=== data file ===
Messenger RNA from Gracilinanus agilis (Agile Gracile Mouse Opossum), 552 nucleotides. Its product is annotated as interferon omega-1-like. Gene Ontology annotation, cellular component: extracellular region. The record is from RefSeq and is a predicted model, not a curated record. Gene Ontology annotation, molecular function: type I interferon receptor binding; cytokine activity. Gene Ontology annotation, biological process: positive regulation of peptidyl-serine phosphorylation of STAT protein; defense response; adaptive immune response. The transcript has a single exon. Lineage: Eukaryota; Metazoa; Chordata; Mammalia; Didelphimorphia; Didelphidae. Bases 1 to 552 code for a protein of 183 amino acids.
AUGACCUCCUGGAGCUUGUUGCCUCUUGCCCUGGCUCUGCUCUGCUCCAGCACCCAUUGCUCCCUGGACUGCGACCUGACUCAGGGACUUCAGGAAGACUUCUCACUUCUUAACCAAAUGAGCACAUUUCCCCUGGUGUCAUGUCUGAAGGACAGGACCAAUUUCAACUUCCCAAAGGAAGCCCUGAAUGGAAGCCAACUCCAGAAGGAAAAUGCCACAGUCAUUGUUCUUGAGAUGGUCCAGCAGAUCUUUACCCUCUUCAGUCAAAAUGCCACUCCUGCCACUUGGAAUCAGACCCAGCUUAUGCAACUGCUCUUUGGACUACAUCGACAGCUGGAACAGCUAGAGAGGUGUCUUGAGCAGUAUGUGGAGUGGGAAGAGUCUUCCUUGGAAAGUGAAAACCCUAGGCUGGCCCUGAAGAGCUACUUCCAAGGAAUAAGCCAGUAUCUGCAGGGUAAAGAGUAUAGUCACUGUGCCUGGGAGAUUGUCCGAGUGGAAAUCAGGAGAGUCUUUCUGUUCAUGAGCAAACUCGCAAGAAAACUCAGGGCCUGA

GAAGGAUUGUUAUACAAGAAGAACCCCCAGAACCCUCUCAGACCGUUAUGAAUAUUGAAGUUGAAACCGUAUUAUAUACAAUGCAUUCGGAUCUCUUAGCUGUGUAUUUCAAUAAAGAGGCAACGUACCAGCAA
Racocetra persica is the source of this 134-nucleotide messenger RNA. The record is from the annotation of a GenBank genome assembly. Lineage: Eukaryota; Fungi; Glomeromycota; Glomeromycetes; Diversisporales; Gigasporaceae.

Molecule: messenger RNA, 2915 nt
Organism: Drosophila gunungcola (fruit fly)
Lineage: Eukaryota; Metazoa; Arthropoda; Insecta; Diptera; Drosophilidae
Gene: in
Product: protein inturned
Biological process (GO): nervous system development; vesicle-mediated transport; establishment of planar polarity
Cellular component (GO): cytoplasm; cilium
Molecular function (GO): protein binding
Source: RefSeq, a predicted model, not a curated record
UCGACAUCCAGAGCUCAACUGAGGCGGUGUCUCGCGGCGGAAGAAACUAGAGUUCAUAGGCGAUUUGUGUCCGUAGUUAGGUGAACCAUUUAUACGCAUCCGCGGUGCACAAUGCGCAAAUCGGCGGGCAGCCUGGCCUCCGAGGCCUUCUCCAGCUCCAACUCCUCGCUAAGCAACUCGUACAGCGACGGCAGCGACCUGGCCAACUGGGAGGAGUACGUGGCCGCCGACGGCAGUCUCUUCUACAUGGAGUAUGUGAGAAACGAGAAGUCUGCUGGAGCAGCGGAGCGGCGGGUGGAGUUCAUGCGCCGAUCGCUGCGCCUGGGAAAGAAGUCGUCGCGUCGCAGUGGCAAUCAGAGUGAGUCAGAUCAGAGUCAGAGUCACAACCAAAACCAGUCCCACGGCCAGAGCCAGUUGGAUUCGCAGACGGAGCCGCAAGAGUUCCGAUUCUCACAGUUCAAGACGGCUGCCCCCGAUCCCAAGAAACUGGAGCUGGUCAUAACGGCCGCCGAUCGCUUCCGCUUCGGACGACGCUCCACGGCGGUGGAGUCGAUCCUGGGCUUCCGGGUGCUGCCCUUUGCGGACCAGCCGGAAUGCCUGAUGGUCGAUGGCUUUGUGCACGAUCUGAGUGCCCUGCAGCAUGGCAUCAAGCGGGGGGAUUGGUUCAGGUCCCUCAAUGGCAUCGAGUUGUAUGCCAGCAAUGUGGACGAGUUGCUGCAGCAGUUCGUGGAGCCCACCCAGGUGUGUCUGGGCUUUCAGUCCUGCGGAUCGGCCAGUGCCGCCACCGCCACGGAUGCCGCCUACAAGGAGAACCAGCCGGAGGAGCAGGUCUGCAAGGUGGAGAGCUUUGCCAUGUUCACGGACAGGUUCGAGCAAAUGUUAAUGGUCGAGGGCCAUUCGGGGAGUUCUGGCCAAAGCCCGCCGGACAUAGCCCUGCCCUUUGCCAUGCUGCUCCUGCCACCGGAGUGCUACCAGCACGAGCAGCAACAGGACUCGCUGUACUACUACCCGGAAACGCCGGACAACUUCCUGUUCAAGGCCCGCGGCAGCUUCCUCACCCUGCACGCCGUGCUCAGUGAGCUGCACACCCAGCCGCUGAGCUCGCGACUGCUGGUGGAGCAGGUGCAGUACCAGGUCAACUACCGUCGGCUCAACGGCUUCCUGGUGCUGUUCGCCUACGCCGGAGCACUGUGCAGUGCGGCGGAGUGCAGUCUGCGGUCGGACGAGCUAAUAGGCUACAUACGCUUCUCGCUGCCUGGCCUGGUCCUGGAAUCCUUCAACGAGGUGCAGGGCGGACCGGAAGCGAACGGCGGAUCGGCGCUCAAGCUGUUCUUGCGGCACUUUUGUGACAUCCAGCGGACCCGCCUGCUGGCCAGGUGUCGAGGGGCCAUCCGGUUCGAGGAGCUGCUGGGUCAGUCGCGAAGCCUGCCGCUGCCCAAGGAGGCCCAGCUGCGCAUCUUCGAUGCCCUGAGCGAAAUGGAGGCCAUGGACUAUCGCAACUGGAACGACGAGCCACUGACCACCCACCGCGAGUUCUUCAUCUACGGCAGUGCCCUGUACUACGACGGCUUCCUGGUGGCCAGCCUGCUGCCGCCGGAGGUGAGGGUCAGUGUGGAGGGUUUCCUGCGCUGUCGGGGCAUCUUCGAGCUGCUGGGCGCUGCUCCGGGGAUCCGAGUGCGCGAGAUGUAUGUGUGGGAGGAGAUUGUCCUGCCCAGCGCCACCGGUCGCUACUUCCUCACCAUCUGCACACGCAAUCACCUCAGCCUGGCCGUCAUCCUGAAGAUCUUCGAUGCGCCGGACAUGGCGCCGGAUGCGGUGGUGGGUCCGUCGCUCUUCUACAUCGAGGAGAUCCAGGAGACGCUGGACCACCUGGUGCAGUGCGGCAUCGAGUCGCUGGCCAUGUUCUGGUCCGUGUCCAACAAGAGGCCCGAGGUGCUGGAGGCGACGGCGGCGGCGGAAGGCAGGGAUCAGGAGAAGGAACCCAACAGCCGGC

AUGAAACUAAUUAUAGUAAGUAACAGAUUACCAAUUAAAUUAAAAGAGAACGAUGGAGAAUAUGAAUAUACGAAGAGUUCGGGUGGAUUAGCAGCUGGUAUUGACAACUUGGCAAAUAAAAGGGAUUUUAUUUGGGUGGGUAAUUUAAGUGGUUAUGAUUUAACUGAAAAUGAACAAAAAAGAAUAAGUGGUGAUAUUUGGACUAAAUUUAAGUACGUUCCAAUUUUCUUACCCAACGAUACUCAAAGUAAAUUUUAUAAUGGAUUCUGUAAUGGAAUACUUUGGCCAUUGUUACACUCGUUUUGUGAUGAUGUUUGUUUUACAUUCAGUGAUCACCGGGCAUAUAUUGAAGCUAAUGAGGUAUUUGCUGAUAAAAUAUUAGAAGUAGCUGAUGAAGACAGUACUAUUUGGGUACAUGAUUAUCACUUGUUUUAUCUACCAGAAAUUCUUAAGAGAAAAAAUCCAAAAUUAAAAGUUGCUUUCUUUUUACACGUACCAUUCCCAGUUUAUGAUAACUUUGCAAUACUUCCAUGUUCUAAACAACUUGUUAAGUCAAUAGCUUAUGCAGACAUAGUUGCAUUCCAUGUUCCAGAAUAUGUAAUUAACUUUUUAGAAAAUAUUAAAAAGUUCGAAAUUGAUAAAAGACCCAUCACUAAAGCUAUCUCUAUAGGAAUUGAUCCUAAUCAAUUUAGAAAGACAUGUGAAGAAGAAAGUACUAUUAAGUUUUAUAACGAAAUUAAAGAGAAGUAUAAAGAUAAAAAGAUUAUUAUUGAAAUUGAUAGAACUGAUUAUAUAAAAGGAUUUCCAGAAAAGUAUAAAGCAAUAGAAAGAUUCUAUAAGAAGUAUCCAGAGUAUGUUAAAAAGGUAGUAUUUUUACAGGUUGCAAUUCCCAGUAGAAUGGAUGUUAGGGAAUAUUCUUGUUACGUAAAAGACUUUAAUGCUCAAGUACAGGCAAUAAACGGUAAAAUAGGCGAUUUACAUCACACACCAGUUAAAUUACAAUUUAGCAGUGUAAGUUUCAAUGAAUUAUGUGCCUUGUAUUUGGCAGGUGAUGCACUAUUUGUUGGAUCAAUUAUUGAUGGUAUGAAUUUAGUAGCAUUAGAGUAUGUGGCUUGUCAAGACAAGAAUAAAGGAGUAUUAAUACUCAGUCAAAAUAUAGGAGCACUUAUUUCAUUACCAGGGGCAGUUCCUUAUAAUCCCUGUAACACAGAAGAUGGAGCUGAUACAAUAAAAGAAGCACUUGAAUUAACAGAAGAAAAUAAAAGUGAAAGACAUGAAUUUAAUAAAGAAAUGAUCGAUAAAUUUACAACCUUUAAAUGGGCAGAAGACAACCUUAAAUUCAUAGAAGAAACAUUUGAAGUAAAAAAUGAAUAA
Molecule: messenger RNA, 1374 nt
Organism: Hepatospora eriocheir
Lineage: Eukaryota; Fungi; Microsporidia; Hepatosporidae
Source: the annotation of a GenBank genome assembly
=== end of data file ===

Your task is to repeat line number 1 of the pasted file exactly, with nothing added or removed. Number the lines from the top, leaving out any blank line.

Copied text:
Messenger RNA from Gracilinanus agilis (Agile Gracile Mouse Opossum), 552 nucleotides. Its product is annotated as interferon omega-1-like. Gene Ontology annotation, cellular component: extracellular region. The record is from RefSeq and is a predicted model, not a curated record. Gene Ontology annotation, molecular function: type I interferon receptor binding; cytokine activity. Gene Ontology annotation, biological process: positive regulation of peptidyl-serine phosphorylation of STAT protein; defense response; adaptive immune response. The transcript has a single exon. Lineage: Eukaryota; Metazoa; Chordata; Mammalia; Didelphimorphia; Didelphidae. Bases 1 to 552 code for a protein of 183 amino acids.